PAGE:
The discovery was made in a field in Stirling using a metal detector
An amateur treasure hunter has unearthed ancient gold jewellery from a field near Stirling using a metal detector.
The rare artefacts, which could be valued at more than £1m, are thought to date from between the 1st and 3rd Century BC.
The treasure hunter, whose identity has not been revealed, found four neckbands or "torcs", made of twisted gold.
A similar one found in Nottinghamshire in 2005 sold for £350,000 at auction.
The Scottish Archaeological Finds Allocation Panel will now value the latest discovery, according to the Daily Record.
A spokesman for the National Museums of Scotland said: "There has been a significant find."
Under Scots law, the Crown can claim any archaeological objects found in Scotland.
Finders have no ownership rights and must report any objects to the Treasure Trove Unit.
However, the man may receive a reward equal to the value of the jewellery.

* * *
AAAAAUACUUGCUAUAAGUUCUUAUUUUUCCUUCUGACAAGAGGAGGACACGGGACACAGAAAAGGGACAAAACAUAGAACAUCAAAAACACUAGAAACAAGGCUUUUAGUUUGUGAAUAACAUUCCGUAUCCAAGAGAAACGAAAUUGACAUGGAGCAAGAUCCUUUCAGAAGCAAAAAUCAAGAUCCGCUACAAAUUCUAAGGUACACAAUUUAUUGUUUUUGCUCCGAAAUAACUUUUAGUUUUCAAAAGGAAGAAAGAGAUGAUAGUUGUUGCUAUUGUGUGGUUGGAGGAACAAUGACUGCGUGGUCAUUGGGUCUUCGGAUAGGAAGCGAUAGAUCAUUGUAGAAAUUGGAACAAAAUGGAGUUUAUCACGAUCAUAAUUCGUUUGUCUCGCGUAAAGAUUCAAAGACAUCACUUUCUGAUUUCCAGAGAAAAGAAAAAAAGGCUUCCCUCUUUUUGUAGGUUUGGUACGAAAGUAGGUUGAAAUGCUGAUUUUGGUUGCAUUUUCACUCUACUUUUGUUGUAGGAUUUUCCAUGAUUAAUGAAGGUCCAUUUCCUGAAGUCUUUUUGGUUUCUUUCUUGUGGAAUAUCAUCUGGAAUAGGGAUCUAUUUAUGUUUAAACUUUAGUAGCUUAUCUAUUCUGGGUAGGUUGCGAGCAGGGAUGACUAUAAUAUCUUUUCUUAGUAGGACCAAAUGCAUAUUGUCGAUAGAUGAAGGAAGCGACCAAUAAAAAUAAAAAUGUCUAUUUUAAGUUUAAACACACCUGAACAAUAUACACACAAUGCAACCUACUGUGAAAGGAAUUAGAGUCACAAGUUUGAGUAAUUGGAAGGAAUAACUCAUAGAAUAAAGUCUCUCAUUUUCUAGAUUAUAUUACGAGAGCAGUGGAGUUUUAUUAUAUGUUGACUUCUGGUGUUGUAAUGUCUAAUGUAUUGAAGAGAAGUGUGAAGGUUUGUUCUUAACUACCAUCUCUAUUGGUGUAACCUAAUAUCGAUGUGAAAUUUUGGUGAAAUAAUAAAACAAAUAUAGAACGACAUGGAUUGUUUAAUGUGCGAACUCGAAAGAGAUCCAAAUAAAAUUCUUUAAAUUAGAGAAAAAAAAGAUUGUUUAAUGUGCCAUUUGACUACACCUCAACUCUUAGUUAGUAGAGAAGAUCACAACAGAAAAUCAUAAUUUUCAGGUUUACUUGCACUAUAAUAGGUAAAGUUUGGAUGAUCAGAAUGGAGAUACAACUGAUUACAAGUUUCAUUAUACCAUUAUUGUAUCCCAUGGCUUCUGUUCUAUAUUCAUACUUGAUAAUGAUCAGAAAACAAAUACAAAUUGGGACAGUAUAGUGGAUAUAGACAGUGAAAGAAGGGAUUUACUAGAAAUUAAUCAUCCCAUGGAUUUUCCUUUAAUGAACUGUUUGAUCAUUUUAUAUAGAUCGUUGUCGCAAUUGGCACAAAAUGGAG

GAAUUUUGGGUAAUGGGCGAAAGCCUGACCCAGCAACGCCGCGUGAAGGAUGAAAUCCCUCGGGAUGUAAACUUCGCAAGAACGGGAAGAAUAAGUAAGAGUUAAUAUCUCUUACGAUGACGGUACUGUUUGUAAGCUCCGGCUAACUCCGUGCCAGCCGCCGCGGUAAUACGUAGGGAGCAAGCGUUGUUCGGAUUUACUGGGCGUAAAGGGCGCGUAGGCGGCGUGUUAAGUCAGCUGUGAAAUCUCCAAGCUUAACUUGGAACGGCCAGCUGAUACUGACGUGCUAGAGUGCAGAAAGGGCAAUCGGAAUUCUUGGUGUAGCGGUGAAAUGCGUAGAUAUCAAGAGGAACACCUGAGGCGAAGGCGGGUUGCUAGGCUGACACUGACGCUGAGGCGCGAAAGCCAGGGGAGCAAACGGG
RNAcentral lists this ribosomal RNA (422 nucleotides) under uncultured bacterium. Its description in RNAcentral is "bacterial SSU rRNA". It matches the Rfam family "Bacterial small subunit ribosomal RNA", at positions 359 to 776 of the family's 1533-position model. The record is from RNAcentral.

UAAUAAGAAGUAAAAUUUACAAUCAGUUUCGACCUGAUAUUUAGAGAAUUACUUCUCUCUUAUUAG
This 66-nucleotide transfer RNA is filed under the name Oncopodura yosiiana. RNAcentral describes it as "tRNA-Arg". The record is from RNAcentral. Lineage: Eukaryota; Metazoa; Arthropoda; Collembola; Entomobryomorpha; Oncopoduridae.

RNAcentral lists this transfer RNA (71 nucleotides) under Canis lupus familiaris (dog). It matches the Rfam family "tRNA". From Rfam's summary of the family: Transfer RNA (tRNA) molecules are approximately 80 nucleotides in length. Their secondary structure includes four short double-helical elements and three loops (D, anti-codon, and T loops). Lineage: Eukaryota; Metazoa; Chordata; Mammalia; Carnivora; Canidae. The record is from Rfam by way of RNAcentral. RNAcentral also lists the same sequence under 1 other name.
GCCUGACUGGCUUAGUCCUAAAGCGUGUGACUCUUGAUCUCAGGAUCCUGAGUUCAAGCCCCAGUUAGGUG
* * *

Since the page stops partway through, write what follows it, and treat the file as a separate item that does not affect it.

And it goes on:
Anglo Saxon gold
Historian Fiona Watson told BBC Radio Scotland: "It belongs to the Crown and the Crown, at Her Majesty's discretion, can pay money over to the finder to the market value.
"I'm sure that is what will happen.
"The key question then is what will happen to this remarkable find. Where will it go?"
Metal detectorist Terry Herbert unearthed the largest hoard of Anglo-Saxon gold ever found in a Staffordshire field in July.
The haul of about 1,000 items was officially declared to be treasure by a coroner.
Thousands of people queued to see the gold when it went on show in Birmingham.
The treasure is being valued in London.